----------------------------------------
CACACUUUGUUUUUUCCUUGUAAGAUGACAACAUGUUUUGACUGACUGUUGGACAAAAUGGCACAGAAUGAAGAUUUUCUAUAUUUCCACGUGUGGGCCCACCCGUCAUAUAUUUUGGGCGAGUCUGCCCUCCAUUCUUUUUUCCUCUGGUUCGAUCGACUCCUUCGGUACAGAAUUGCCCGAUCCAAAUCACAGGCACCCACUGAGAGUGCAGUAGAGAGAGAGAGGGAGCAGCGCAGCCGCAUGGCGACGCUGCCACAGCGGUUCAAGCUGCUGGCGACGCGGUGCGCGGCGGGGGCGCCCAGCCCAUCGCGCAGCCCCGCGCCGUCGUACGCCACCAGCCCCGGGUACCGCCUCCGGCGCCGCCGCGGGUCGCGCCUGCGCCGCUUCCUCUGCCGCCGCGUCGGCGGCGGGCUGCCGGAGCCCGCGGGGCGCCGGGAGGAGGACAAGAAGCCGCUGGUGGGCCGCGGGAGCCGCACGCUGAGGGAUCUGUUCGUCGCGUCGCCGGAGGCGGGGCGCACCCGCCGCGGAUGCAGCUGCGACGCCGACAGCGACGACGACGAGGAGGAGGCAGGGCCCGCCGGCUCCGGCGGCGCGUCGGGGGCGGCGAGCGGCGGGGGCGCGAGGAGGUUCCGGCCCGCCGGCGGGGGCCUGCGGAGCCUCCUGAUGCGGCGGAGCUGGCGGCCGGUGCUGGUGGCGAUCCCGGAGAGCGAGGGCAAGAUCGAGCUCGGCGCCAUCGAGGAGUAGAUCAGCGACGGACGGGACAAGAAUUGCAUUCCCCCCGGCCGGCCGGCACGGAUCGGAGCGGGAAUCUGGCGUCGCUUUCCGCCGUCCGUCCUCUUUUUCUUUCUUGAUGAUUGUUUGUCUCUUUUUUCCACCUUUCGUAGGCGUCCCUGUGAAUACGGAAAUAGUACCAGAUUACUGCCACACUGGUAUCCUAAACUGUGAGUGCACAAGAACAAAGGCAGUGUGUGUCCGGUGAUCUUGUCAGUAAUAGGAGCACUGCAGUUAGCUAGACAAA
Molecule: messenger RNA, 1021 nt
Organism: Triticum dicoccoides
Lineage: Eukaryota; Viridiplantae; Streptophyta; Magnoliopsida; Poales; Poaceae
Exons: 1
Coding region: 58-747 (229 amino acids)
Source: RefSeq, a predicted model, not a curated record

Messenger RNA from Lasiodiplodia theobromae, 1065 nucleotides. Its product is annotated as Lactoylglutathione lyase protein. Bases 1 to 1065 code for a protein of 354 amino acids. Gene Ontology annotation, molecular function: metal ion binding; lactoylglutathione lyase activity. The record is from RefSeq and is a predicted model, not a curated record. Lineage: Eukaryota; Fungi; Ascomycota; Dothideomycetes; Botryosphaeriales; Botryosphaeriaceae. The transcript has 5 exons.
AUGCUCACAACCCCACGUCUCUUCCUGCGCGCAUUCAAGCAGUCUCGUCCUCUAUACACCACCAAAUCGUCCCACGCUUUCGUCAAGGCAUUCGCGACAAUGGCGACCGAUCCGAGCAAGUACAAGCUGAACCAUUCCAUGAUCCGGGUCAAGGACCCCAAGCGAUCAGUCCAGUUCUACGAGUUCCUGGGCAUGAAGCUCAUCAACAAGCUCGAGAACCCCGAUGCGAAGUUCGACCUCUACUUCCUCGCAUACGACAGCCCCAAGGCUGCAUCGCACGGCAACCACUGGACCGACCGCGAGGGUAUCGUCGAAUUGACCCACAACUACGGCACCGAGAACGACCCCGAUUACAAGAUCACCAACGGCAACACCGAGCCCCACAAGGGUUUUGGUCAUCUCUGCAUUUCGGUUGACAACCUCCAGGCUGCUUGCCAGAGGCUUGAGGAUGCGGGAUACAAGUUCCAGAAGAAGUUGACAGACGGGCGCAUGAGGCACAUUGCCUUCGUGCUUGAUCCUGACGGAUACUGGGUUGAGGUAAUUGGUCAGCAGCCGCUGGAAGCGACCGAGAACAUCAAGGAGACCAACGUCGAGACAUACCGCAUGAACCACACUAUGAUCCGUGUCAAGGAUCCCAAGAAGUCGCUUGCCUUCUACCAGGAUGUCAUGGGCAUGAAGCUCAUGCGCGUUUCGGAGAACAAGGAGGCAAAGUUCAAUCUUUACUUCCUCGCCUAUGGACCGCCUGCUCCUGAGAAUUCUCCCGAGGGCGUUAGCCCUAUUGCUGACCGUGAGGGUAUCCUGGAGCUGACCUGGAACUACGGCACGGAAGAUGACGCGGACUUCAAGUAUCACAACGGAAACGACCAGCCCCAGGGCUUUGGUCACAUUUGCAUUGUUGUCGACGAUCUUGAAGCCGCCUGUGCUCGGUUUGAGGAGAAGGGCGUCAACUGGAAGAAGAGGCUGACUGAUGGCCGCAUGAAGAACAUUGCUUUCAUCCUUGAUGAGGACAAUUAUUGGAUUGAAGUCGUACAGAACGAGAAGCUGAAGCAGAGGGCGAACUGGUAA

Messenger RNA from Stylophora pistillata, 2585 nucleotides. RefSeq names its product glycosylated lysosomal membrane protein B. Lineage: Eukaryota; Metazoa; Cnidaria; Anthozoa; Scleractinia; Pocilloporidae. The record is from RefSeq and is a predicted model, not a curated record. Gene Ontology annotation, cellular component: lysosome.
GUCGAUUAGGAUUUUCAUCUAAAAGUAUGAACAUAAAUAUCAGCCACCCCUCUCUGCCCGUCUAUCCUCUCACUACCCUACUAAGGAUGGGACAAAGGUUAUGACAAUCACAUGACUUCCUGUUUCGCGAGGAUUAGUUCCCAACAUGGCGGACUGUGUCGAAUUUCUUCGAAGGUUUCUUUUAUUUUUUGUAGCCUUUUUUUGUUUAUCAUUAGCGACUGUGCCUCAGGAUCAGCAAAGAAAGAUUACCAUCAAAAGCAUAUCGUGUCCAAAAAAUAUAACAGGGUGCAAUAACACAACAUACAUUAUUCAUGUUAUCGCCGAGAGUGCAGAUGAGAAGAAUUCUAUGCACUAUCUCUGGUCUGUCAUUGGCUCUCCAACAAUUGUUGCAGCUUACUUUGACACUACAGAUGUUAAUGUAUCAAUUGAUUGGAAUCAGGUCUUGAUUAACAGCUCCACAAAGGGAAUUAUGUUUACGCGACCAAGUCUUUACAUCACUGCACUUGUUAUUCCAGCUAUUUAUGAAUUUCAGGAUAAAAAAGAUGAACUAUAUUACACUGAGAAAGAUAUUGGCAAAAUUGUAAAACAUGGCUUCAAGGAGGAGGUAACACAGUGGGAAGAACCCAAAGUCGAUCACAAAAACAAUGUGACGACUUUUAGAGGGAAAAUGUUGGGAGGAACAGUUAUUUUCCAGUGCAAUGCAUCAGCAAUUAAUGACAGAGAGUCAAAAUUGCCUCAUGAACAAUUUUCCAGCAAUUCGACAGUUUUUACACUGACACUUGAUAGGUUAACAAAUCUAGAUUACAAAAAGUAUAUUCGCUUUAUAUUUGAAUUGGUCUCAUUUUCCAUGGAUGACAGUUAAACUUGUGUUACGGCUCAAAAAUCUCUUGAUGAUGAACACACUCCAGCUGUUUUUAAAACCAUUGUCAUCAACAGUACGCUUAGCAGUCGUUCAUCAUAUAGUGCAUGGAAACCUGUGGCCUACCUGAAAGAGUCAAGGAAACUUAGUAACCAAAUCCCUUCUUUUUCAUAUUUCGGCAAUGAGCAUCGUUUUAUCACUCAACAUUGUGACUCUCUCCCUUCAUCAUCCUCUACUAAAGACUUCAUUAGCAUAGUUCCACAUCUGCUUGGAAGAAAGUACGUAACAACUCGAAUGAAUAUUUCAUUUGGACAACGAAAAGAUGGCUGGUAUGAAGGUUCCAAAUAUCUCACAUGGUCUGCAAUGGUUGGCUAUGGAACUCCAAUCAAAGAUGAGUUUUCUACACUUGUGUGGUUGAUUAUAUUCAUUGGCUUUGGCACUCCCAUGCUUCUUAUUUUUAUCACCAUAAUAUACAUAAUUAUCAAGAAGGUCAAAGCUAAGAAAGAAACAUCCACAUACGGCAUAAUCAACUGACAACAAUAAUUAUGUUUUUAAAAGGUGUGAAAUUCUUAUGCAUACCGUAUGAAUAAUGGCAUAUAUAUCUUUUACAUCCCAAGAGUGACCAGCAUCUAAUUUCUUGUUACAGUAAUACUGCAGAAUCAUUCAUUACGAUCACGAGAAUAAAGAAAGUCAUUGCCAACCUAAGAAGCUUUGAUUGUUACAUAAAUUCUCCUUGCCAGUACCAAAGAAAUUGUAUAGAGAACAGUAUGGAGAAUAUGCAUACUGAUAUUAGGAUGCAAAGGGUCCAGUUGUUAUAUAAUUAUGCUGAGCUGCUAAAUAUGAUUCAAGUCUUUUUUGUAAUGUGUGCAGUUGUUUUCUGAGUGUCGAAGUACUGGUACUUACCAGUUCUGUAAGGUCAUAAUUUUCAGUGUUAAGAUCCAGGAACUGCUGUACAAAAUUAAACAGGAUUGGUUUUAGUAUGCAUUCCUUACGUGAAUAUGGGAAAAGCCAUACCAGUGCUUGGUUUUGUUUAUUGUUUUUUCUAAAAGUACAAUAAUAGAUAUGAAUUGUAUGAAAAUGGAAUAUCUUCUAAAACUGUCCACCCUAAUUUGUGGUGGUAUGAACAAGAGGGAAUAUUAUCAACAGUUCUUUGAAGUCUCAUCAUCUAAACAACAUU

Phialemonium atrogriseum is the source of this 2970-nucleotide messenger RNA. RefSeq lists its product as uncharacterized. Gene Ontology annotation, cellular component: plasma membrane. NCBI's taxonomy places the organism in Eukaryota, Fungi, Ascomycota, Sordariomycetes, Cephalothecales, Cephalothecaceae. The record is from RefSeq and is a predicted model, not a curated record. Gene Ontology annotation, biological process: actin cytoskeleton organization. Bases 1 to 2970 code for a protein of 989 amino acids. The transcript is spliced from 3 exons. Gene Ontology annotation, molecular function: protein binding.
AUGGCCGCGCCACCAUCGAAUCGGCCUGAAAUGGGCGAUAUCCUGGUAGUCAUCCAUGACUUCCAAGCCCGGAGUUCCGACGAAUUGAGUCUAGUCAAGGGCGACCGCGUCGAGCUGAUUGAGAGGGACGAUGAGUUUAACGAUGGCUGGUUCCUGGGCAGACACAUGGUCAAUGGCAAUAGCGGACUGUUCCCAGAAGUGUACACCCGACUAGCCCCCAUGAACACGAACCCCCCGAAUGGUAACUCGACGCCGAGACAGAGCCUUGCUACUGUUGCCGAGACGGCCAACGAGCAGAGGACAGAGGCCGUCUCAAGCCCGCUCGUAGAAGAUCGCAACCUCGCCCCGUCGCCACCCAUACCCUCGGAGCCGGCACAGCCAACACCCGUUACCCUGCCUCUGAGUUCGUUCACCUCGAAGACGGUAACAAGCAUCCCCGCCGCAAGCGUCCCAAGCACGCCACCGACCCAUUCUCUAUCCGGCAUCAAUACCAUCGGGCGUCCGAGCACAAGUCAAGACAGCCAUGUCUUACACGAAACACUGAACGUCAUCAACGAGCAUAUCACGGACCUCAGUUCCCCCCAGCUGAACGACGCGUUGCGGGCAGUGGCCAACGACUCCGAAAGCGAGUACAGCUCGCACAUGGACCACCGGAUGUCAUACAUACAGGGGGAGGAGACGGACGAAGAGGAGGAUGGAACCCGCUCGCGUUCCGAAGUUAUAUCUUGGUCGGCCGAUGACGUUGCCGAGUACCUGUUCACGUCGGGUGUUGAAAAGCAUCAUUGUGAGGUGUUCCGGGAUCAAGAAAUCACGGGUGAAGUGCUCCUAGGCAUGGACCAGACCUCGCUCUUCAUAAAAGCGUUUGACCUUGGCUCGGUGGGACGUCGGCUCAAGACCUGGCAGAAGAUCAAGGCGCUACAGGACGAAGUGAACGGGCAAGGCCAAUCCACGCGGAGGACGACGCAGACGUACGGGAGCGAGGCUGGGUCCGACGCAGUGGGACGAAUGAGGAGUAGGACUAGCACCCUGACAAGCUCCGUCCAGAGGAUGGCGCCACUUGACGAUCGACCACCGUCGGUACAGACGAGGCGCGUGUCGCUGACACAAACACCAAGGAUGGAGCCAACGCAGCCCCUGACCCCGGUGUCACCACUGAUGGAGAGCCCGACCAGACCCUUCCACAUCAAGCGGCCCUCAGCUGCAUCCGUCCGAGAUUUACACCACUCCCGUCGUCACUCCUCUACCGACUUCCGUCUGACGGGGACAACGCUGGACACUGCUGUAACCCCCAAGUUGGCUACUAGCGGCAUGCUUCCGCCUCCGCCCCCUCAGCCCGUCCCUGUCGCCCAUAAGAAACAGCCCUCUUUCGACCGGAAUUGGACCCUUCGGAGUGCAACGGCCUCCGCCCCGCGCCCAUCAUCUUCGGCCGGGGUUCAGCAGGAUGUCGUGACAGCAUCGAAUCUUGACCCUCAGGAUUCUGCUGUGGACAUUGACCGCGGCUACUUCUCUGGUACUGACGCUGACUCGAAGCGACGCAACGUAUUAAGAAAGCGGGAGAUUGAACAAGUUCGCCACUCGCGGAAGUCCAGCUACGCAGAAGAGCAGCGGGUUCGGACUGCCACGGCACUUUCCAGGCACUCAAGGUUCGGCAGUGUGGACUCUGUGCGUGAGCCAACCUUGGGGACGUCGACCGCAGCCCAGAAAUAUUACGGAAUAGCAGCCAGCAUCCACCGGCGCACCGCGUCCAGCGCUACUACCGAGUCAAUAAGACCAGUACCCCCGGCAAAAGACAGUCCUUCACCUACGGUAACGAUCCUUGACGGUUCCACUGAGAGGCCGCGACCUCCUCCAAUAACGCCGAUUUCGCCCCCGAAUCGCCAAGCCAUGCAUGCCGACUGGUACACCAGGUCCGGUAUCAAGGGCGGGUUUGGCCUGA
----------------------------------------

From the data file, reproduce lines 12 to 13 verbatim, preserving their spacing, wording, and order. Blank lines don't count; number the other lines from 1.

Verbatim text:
Phialemonium atrogriseum is the source of this 2970-nucleotide messenger RNA. RefSeq lists its product as uncharacterized. Gene Ontology annotation, cellular component: plasma membrane. NCBI's taxonomy places the organism in Eukaryota, Fungi, Ascomycota, Sordariomycetes, Cephalothecales, Cephalothecaceae. The record is from RefSeq and is a predicted model, not a curated record. Gene Ontology annotation, biological process: actin cytoskeleton organization. Bases 1 to 2970 code for a protein of 989 amino acids. The transcript is spliced from 3 exons. Gene Ontology annotation, molecular function: protein binding.
AUGGCCGCGCCACCAUCGAAUCGGCCUGAAAUGGGCGAUAUCCUGGUAGUCAUCCAUGACUUCCAAGCCCGGAGUUCCGACGAAUUGAGUCUAGUCAAGGGCGACCGCGUCGAGCUGAUUGAGAGGGACGAUGAGUUUAACGAUGGCUGGUUCCUGGGCAGACACAUGGUCAAUGGCAAUAGCGGACUGUUCCCAGAAGUGUACACCCGACUAGCCCCCAUGAACACGAACCCCCCGAAUGGUAACUCGACGCCGAGACAGAGCCUUGCUACUGUUGCCGAGACGGCCAACGAGCAGAGGACAGAGGCCGUCUCAAGCCCGCUCGUAGAAGAUCGCAACCUCGCCCCGUCGCCACCCAUACCCUCGGAGCCGGCACAGCCAACACCCGUUACCCUGCCUCUGAGUUCGUUCACCUCGAAGACGGUAACAAGCAUCCCCGCCGCAAGCGUCCCAAGCACGCCACCGACCCAUUCUCUAUCCGGCAUCAAUACCAUCGGGCGUCCGAGCACAAGUCAAGACAGCCAUGUCUUACACGAAACACUGAACGUCAUCAACGAGCAUAUCACGGACCUCAGUUCCCCCCAGCUGAACGACGCGUUGCGGGCAGUGGCCAACGACUCCGAAAGCGAGUACAGCUCGCACAUGGACCACCGGAUGUCAUACAUACAGGGGGAGGAGACGGACGAAGAGGAGGAUGGAACCCGCUCGCGUUCCGAAGUUAUAUCUUGGUCGGCCGAUGACGUUGCCGAGUACCUGUUCACGUCGGGUGUUGAAAAGCAUCAUUGUGAGGUGUUCCGGGAUCAAGAAAUCACGGGUGAAGUGCUCCUAGGCAUGGACCAGACCUCGCUCUUCAUAAAAGCGUUUGACCUUGGCUCGGUGGGACGUCGGCUCAAGACCUGGCAGAAGAUCAAGGCGCUACAGGACGAAGUGAACGGGCAAGGCCAAUCCACGCGGAGGACGACGCAGACGUACGGGAGCGAGGCUGGGUCCGACGCAGUGGGACGAAUGAGGAGUAGGACUAGCACCCUGACAAGCUCCGUCCAGAGGAUGGCGCCACUUGACGAUCGACCACCGUCGGUACAGACGAGGCGCGUGUCGCUGACACAAACACCAAGGAUGGAGCCAACGCAGCCCCUGACCCCGGUGUCACCACUGAUGGAGAGCCCGACCAGACCCUUCCACAUCAAGCGGCCCUCAGCUGCAUCCGUCCGAGAUUUACACCACUCCCGUCGUCACUCCUCUACCGACUUCCGUCUGACGGGGACAACGCUGGACACUGCUGUAACCCCCAAGUUGGCUACUAGCGGCAUGCUUCCGCCUCCGCCCCCUCAGCCCGUCCCUGUCGCCCAUAAGAAACAGCCCUCUUUCGACCGGAAUUGGACCCUUCGGAGUGCAACGGCCUCCGCCCCGCGCCCAUCAUCUUCGGCCGGGGUUCAGCAGGAUGUCGUGACAGCAUCGAAUCUUGACCCUCAGGAUUCUGCUGUGGACAUUGACCGCGGCUACUUCUCUGGUACUGACGCUGACUCGAAGCGACGCAACGUAUUAAGAAAGCGGGAGAUUGAACAAGUUCGCCACUCGCGGAAGUCCAGCUACGCAGAAGAGCAGCGGGUUCGGACUGCCACGGCACUUUCCAGGCACUCAAGGUUCGGCAGUGUGGACUCUGUGCGUGAGCCAACCUUGGGGACGUCGACCGCAGCCCAGAAAUAUUACGGAAUAGCAGCCAGCAUCCACCGGCGCACCGCGUCCAGCGCUACUACCGAGUCAAUAAGACCAGUACCCCCGGCAAAAGACAGUCCUUCACCUACGGUAACGAUCCUUGACGGUUCCACUGAGAGGCCGCGACCUCCUCCAAUAACGCCGAUUUCGCCCCCGAAUCGCCAAGCCAUGCAUGCCGACUGGUACACCAGGUCCGGUAUCAAGGGCGGGUUUGGCCUGA